Love or fear? Choose again with every breath.

Michael Nystrom's picture

What an interesting response, coming from a hypnotist

Hi fishy,

I think you know better than this. It sounds to me like you're making excuses. Of course I'm terribly sorry for the loss of your family, but holding onto that pain doesn't help.

"Whatever happened to us should not happen -" ?

In who's book?

Whatever happens happens. Lots of things happen. If it happened, apparently that means that it should have happened.

We have no control over what happens. We have no control over other people. We only have control over ourselves and how we respond.

Come on fishy, you're the hypnotist - you know all of this already. I'm just reminding you. In the end, the only thing you really need is mindful awareness of what you're doing and why.

You did it before, you can do it again. I quit for 5 years then started again at the 2008 RNC. What a dumb thing to start smoking again over!


You got me. It happened, it was devastating and an innocent child is the victim in the end - that is what made me say "It should not happen." But there is no re-writing the past.... so I guess it "should" have happened.
Thanks, Nystrom. A timely reminder.
Happy New Year to you!

Love or fear? Choose again with every breath.

Michael Nystrom's picture

Happy New Year Fishy

May 2013 be your best year ever!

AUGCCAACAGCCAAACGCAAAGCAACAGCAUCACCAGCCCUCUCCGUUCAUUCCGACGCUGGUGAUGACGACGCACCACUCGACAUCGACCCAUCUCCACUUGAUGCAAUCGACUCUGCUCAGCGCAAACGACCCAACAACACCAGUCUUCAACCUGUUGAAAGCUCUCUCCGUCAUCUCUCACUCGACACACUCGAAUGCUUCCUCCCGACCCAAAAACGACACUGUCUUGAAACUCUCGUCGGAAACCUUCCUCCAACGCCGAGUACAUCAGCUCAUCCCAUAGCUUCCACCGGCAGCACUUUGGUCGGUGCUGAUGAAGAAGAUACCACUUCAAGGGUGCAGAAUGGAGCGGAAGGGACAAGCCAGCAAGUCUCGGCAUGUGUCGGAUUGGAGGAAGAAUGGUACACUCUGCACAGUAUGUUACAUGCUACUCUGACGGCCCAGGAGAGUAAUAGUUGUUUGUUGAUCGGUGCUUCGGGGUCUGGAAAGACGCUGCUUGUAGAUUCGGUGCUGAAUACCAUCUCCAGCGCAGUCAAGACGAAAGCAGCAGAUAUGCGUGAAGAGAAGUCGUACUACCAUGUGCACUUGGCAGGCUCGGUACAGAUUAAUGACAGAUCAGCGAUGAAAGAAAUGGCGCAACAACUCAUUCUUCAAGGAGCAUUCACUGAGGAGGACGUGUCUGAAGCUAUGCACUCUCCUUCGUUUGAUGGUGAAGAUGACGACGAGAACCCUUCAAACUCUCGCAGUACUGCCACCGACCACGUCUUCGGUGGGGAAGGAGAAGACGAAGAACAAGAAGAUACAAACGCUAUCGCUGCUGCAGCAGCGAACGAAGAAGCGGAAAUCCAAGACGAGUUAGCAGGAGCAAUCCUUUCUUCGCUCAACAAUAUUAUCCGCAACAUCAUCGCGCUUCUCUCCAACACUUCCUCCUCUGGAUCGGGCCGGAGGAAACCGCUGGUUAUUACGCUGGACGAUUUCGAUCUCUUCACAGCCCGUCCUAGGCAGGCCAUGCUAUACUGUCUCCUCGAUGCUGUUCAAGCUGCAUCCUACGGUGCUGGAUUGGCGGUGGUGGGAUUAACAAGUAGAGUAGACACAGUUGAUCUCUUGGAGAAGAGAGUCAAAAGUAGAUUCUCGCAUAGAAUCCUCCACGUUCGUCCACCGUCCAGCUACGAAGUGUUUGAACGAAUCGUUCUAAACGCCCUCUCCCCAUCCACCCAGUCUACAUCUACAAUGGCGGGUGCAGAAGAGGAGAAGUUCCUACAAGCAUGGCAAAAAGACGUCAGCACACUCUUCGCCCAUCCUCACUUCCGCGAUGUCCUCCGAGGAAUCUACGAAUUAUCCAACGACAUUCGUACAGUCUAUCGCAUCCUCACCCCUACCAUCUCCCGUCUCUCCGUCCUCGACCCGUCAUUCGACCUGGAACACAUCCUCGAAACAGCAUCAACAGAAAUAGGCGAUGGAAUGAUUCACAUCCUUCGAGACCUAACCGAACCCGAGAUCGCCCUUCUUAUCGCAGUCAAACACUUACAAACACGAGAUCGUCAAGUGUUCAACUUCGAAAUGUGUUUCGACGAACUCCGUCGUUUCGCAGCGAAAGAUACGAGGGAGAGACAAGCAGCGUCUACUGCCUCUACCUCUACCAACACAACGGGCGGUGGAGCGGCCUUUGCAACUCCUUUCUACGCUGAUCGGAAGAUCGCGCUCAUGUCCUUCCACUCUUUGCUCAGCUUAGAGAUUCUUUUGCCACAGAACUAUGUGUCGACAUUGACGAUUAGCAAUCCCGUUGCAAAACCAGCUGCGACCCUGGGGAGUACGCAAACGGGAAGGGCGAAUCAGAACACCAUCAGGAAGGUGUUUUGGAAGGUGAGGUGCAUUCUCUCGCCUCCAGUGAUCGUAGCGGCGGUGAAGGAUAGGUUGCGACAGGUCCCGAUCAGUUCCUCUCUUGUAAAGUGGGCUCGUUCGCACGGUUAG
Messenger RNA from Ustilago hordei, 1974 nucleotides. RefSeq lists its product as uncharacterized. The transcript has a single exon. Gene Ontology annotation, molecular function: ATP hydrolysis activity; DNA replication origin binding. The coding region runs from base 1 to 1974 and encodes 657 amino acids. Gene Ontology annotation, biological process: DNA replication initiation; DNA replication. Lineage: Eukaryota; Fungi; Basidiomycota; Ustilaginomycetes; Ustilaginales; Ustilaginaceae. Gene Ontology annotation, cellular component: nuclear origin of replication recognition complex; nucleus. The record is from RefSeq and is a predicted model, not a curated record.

All we have is now. All we've ever had, is now.

MericanDad's picture

My wife used the patch

She's been smoke-free since September. It's not easy, and some might argue it's easier to go cold turkey, because the patch keeps nicotine in your system so the cravings may not disappear until you're done with them. It does help to break the behavioral habit of lighting up and helps condition you not to smoke because you are medicated with nicotine already. But my wife abandoned the step 3 because it was just teasing her and keeping the nicotine in her system was driving her crazy. After about 4 weeks of step 2, she went cold turkey and was able to grin and bear a few days of grumpy before she came back into balance.

One thing you can do is set aside the money you would've spent and use it to buy something tangible that will remind you how much you're saving (silver!).

And don't forget that your sense of smell may come back stronger than when you were smoking. Also, Costco sells patches for less than most other places (and in 3 week packs instead of 2). You might also consider avoiding the no-name drugstore brands; she found they don't stick as well, so they tend to fall off really easy. Good luck, it's not easy, but it's worth it!